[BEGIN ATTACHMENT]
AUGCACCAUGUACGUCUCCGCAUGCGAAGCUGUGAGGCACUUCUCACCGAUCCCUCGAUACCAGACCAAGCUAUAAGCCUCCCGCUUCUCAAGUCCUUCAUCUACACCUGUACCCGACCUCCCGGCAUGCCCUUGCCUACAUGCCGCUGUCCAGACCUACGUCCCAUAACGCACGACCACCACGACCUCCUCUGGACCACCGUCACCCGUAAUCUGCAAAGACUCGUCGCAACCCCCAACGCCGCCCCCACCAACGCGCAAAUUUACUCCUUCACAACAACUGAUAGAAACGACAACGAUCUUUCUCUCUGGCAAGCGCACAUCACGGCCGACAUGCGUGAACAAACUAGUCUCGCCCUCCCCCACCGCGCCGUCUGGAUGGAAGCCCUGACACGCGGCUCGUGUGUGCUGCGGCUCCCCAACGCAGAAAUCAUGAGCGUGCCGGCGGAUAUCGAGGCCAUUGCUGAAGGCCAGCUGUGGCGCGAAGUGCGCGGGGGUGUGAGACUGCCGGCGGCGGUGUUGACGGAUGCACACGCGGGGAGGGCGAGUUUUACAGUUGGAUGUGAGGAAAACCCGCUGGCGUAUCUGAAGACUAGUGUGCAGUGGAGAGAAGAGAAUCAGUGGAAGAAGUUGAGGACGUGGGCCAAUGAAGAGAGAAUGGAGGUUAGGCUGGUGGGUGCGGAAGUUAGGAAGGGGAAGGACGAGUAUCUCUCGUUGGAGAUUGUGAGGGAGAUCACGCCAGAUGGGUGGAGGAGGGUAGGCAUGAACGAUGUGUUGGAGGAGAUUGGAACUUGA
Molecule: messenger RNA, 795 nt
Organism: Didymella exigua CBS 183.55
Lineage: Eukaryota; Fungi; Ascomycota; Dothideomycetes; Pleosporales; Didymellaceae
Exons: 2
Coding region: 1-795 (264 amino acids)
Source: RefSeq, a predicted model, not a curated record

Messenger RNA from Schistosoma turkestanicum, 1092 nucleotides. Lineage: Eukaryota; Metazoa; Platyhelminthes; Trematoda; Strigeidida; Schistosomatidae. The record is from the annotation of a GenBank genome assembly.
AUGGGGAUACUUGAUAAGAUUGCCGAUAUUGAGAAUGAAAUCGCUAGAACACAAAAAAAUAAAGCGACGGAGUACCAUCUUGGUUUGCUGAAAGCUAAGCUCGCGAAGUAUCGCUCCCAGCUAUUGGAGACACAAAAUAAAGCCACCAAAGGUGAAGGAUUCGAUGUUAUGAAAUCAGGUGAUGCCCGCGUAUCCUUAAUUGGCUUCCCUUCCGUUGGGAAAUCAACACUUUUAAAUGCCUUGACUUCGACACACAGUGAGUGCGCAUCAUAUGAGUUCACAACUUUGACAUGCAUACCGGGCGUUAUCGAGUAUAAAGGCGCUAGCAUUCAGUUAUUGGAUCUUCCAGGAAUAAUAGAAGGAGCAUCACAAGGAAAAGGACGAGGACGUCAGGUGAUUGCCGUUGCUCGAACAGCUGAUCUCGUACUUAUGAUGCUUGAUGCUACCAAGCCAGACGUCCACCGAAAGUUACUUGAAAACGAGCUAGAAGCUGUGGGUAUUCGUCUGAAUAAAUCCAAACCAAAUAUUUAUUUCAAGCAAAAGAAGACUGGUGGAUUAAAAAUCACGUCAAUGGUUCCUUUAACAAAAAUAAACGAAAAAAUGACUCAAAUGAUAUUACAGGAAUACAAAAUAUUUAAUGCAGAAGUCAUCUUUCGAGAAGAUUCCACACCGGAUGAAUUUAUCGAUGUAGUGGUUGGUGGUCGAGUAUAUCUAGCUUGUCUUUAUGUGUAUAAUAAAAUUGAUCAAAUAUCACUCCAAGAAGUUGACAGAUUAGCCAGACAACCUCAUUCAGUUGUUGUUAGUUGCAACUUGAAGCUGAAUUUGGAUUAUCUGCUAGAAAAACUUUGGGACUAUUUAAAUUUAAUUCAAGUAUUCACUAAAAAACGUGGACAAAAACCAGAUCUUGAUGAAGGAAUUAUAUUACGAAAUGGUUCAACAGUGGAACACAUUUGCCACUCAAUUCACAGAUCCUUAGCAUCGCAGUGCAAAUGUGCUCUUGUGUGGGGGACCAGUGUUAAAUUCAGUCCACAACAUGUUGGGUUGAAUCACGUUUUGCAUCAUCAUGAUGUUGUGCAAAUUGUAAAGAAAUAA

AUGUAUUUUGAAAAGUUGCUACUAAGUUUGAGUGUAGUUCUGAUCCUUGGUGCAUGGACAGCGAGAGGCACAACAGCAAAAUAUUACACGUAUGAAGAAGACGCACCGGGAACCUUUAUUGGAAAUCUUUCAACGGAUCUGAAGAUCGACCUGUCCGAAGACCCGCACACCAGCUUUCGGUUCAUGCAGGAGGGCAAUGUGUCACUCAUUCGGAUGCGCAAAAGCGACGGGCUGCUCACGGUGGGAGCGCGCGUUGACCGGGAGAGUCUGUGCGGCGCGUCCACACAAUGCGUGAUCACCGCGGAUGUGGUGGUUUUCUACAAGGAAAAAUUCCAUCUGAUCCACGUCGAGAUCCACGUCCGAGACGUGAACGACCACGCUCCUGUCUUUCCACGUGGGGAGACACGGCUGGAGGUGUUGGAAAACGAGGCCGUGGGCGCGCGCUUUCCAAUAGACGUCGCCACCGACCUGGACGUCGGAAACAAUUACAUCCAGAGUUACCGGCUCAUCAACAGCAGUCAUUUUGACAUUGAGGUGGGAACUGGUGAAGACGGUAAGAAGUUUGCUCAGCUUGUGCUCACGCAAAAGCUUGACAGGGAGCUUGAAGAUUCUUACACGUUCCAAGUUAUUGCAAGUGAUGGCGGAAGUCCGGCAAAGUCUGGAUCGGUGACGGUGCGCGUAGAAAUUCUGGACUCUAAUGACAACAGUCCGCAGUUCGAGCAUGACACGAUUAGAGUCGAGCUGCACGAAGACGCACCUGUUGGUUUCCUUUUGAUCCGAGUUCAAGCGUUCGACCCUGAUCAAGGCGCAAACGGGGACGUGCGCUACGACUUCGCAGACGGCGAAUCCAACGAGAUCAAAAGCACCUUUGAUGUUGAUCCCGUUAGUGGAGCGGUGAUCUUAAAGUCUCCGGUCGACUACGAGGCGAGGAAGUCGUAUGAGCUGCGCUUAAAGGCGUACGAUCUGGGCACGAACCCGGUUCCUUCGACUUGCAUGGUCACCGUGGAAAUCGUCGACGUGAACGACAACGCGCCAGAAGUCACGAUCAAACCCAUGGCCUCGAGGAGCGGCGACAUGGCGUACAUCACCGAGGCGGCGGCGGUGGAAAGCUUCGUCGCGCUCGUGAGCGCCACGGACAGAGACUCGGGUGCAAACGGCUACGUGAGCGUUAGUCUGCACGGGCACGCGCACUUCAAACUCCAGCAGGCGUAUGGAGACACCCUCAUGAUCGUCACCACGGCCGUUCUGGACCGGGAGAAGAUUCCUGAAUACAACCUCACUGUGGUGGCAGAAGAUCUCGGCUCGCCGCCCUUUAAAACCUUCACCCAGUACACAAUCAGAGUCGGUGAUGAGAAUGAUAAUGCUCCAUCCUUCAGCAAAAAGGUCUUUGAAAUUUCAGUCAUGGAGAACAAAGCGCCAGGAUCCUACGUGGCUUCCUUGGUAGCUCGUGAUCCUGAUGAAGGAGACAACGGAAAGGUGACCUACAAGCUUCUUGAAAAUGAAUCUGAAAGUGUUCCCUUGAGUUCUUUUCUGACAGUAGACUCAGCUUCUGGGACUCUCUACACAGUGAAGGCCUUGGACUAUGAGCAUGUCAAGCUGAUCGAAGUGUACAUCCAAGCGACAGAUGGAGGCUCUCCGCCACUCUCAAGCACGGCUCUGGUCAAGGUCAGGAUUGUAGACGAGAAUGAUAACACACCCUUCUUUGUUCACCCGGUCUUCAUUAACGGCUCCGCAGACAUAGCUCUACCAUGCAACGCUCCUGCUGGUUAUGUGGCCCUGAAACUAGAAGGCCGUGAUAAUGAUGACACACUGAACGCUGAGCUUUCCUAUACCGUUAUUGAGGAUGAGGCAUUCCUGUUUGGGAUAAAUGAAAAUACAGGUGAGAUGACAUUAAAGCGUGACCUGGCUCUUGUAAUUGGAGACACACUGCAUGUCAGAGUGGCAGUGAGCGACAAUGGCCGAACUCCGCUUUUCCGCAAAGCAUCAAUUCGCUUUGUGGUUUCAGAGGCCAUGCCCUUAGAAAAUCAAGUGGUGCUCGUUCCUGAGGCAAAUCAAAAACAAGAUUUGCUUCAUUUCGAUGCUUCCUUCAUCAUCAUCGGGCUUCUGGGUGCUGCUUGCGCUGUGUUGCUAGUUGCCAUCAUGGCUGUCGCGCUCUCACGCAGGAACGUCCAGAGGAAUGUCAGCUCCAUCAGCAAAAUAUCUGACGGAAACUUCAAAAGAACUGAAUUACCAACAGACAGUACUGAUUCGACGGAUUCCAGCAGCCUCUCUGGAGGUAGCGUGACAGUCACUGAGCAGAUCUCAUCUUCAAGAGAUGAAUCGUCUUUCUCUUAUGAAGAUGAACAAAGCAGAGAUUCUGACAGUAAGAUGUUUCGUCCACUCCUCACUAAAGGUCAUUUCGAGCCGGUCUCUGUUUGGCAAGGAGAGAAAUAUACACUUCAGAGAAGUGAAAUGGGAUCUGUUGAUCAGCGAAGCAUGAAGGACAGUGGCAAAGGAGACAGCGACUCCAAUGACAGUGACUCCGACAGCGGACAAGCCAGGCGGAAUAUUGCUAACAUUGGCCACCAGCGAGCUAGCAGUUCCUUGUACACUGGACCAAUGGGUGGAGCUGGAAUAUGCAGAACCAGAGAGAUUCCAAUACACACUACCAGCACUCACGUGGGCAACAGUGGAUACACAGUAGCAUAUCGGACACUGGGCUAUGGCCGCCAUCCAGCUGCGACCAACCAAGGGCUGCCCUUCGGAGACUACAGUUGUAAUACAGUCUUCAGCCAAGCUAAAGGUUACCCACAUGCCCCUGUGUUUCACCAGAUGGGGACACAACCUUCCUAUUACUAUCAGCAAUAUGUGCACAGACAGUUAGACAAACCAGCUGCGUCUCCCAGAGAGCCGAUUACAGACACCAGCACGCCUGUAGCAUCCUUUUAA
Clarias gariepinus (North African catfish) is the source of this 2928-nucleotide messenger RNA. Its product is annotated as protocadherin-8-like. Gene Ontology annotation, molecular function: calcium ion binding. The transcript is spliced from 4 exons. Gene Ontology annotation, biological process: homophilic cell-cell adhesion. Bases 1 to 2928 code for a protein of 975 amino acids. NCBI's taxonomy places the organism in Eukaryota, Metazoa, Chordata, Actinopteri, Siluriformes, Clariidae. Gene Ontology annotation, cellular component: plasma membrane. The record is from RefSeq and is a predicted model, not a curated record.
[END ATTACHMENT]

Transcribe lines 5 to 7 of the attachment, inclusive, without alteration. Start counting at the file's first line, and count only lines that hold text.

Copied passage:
Exons: 2
Coding region: 1-795 (264 amino acids)
Source: RefSeq, a predicted model, not a curated record